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Autonomic Watchdog Algorithm and Implementation Improving System Recovery While Preventing Infinite Reset Loops

IP.com Disclosure Number: IPCOM000035613D
Original Publication Date: 2005-Jan-26
Included in the Prior Art Database: 2005-Jan-26
Document File: 2 page(s) / 34K

Publishing Venue

IBM

Abstract

Autonomic Watchdog Algorithm and Implementation Improving System Recovery While Preventing Infinite Reset Loops

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Autonomic Watchdog Algorithm and Implementation Improving System Recovery While Preventing Infinite Reset Loops

Watchdog timers are widely used to recover from software/firmware hangs in processor based systems. The basic premise of a watchdog timer is for a processor to "ping" an address or register within a preset amount of time, if that "ping" doesn't occur before the preset time expires, the processor is reset in hope of recovering from the error. There are currently two methods available to implement watchdog timers. Many processors have built in soft watchdog timers so that if a processor doesn't service the timer before it expires, it will initiate a soft reset of the processor. A second method is to use an external watchdog chip to perform the task. Many microprocessor supervisor chips have watchdog timers built in such that if one of the pins is not toggled within a preset time (usually hard coded), either a hard reset or NMI is generated to the processor depending on the component chosen. With these traditional methods, there is no obvious way to prevent reset loops and improved recoverability.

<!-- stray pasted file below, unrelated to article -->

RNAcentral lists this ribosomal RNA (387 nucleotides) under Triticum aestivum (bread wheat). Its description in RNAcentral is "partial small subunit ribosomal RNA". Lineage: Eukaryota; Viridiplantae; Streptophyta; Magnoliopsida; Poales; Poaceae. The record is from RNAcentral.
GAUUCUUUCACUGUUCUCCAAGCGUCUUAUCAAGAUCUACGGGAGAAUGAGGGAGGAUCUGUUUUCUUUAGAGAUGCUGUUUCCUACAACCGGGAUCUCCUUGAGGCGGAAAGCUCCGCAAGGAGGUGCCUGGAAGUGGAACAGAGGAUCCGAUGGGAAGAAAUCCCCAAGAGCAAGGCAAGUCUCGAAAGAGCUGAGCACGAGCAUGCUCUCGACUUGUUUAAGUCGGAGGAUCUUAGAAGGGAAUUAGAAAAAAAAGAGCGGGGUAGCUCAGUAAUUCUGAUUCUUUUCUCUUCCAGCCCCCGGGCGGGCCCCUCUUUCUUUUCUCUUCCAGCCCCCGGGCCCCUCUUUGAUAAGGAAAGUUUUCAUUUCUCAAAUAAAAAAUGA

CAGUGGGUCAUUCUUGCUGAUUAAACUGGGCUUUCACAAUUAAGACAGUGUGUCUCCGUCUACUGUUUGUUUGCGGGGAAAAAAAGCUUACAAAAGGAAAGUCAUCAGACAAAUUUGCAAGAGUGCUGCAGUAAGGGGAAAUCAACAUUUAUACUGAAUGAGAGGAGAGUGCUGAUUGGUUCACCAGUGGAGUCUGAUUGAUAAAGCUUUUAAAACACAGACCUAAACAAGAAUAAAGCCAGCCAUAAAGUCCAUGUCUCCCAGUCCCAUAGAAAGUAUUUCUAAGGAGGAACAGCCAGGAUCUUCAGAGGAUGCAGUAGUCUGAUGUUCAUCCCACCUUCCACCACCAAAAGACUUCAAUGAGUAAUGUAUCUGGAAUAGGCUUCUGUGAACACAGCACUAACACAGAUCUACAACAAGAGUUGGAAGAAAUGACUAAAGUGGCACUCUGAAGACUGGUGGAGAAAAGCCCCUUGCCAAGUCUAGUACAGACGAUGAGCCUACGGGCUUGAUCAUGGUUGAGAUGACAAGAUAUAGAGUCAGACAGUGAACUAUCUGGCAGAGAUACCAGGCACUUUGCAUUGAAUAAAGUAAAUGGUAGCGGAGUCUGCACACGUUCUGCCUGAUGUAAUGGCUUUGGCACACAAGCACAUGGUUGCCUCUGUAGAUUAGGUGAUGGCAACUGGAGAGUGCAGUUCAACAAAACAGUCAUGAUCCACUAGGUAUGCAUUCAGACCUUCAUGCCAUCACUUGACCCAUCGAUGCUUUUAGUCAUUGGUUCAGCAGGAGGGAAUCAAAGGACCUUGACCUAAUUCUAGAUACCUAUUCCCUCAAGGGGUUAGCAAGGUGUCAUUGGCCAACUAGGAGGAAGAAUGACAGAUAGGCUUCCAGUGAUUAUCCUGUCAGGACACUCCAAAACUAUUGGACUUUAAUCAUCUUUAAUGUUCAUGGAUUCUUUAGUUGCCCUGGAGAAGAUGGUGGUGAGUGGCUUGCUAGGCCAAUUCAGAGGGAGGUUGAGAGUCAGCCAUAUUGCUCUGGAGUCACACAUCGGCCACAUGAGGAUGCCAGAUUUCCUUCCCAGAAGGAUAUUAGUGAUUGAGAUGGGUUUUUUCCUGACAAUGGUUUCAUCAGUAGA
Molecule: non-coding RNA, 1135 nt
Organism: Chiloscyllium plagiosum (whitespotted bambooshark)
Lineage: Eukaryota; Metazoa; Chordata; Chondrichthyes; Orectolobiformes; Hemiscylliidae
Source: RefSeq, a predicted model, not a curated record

The major drawback to these implementations is the ease at which infinite reset loops can be generated. If the hang condition is early on, or even during the boot code, there may not be a method to disable the watchdog in time. The processor will begin to boot, hit the hang condition, and then get reset, this loop can repeat indefinitely. If there are other processors or intelligent devices in the system, monitoring the status of such watchdog events can create significant overhead servicing the events. For instance, if there are redundant processors, this loop can cause problems with trading off master/slave functionality.

To prevent such reset loops, this publication proposes a new algorithm and implementation which will provide the reset functionality given by traditional watchdog circuits while preventing reset loops and give statistics providing the processor information which could aid in recovering from the error.

The implementation can be done using a programmable logic device such as a CPLD or FPGA. There are two major benefits to this solution. One is the ability to enable the watchdog timer without causing a reset condition, and the other is to track statistics on how many times the timer has expired. This information and ability gives the processor a better chance of recovering from the error as well as "cleanly" reporting the error condition to other intelligent devices in the system. Since the programmable logic device is on a separate reset boundary, w...